ERIK COMPTON:¬† I would have been more aggressive.¬† I was contemplating even hitting a 4‑iron in there because there was so much mud on it to just kind of snap‑hook it against the wind.¬† But I've been hitting a little fade all week, so I mean, it started on my target which gives you an idea of how much it cut.

Q.  40 yards?
ERIK COMPTON:  Yeah.

Q.  You're saying you had a different approach on 10, were you purposely trying to play it a different way?
ERIK COMPTON:¬† I tried to play down No.9.¬† I just don't see where you can hit it.¬† If you hit it left off 10, then you have 250 out of the rough.¬† At least I could advance it from the right rough on 9 and if you're in the fairway, it's just a 5‑iron over the trees.¬† I played No. 4, I played way left over there, as well, a few times.
But gosh, I played so good on the front nine and only shot 2‑under.¬† I mean, you know, I was telling Bambi, my caddie, I'm 1‑under after 11 and felt like I could have been five or six.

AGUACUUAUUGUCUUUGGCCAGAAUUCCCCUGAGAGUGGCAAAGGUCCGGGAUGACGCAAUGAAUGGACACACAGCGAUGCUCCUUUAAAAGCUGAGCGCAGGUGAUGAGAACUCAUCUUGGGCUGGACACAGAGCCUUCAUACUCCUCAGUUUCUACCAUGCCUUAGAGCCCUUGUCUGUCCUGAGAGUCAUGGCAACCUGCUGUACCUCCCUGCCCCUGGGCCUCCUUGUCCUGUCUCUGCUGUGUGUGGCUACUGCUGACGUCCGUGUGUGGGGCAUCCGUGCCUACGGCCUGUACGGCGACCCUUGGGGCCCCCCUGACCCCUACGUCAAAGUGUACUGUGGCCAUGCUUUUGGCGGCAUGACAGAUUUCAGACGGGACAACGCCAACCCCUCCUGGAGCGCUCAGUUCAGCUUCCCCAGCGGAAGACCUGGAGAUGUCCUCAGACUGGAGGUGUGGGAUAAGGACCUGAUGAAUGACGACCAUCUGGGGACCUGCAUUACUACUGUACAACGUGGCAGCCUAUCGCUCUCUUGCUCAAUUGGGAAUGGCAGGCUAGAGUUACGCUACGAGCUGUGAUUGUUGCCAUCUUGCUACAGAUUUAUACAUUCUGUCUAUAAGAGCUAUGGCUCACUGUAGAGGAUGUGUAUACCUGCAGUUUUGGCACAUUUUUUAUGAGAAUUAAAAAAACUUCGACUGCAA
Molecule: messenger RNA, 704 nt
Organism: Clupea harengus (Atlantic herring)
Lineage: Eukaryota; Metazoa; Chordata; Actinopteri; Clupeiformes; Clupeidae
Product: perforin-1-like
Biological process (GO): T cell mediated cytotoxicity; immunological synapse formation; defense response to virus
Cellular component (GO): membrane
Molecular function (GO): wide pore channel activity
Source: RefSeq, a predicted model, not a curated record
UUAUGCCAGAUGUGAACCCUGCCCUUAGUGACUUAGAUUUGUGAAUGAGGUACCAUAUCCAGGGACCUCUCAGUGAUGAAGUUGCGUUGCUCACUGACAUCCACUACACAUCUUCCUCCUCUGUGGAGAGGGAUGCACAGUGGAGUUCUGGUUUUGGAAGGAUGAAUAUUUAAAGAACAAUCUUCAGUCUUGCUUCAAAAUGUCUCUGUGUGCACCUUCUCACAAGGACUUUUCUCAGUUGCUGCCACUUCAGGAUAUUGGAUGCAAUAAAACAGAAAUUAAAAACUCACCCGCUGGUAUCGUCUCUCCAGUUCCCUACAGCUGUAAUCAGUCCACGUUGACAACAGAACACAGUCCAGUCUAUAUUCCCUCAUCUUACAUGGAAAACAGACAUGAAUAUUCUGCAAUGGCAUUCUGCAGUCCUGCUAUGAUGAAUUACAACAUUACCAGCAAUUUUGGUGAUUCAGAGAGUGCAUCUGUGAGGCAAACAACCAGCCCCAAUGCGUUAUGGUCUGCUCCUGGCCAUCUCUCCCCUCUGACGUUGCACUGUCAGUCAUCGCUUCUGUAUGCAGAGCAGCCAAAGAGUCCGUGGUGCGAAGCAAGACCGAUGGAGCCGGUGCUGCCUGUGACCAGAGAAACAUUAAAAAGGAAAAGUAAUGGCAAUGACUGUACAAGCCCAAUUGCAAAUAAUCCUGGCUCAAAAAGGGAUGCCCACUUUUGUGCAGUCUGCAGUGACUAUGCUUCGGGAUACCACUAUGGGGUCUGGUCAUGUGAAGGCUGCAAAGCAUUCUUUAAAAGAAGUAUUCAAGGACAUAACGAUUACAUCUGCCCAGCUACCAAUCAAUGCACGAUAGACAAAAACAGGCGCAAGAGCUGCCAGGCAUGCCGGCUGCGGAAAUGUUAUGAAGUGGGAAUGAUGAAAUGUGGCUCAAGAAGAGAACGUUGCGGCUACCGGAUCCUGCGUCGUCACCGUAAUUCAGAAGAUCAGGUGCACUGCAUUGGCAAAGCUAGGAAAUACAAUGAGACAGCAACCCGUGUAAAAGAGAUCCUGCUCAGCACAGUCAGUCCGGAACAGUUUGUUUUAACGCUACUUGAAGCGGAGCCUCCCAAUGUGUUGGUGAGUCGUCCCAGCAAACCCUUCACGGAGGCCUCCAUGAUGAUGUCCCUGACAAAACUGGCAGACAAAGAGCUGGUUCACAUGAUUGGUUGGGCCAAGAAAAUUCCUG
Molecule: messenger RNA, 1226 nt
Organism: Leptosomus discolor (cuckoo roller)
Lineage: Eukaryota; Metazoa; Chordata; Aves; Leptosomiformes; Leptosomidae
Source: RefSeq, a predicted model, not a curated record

Q.¬† Have you had time to reflect‑‑
ERIK COMPTON:¬† I show up on the tee and I'm the same guy‑‑ I can't turn it on and off.¬† I'm the same guy.¬† I will go and enjoy time with my family and look forward to playing next week.¬† There's no on and off switch, which people think there is.¬† Just looking forward to putting myself in that position again.

Q.  I guess where I was going with that, what this does for you as you go to next week.
ERIK COMPTON:  I think actually playing with Tiger last week, or not last week, but a few weeks ago at Torrey and just being in that environment, has really made me understand what it takes to play out here and the patience that you need to have.
And so I'm not real, real nervous over shots, like even today.  It's just another golf swing, probably taken me 13 years to get to that level.